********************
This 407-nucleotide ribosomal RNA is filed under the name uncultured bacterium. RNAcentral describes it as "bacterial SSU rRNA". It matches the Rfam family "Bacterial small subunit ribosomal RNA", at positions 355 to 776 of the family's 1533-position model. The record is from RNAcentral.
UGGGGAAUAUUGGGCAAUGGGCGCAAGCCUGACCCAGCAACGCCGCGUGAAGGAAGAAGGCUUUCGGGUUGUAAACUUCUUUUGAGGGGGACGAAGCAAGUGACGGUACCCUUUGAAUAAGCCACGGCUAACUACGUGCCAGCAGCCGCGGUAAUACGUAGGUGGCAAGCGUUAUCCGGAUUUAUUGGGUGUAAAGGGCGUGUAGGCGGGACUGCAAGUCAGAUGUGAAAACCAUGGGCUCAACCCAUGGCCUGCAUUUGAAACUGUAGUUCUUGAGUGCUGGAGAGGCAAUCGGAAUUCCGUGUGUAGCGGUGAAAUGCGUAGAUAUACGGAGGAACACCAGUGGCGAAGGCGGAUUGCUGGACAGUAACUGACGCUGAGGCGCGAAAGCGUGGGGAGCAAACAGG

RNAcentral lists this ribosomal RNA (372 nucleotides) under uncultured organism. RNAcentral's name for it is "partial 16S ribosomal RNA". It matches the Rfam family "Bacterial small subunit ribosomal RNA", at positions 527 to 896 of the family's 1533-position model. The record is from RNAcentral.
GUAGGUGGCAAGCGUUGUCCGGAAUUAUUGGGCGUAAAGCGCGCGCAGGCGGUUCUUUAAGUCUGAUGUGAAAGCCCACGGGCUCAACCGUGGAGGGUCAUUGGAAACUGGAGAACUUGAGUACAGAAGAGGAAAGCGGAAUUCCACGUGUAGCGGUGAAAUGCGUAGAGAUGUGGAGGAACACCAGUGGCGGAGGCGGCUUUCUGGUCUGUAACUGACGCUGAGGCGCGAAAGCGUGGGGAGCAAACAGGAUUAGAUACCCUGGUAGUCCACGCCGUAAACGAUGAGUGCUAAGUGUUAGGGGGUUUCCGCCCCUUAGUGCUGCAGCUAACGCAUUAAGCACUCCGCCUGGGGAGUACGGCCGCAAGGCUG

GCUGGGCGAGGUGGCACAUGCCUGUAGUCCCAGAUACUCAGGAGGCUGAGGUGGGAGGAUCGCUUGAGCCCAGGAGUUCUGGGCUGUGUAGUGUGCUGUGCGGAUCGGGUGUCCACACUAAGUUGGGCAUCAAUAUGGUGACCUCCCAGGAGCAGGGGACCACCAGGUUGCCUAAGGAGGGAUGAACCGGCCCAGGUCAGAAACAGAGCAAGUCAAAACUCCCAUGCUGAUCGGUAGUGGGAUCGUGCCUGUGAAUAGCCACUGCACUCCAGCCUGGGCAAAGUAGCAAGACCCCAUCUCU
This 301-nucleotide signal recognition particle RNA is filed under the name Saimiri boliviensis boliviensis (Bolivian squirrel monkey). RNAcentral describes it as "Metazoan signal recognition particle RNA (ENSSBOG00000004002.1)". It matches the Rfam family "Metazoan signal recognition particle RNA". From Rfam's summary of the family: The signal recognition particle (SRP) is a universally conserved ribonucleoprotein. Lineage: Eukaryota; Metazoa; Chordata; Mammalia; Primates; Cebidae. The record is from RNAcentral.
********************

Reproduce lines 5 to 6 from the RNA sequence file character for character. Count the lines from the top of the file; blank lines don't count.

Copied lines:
GCUGGGCGAGGUGGCACAUGCCUGUAGUCCCAGAUACUCAGGAGGCUGAGGUGGGAGGAUCGCUUGAGCCCAGGAGUUCUGGGCUGUGUAGUGUGCUGUGCGGAUCGGGUGUCCACACUAAGUUGGGCAUCAAUAUGGUGACCUCCCAGGAGCAGGGGACCACCAGGUUGCCUAAGGAGGGAUGAACCGGCCCAGGUCAGAAACAGAGCAAGUCAAAACUCCCAUGCUGAUCGGUAGUGGGAUCGUGCCUGUGAAUAGCCACUGCACUCCAGCCUGGGCAAAGUAGCAAGACCCCAUCUCU
This 301-nucleotide signal recognition particle RNA is filed under the name Saimiri boliviensis boliviensis (Bolivian squirrel monkey). RNAcentral describes it as "Metazoan signal recognition particle RNA (ENSSBOG00000004002.1)". It matches the Rfam family "Metazoan signal recognition particle RNA". From Rfam's summary of the family: The signal recognition particle (SRP) is a universally conserved ribonucleoprotein. Lineage: Eukaryota; Metazoa; Chordata; Mammalia; Primates; Cebidae. The record is from RNAcentral.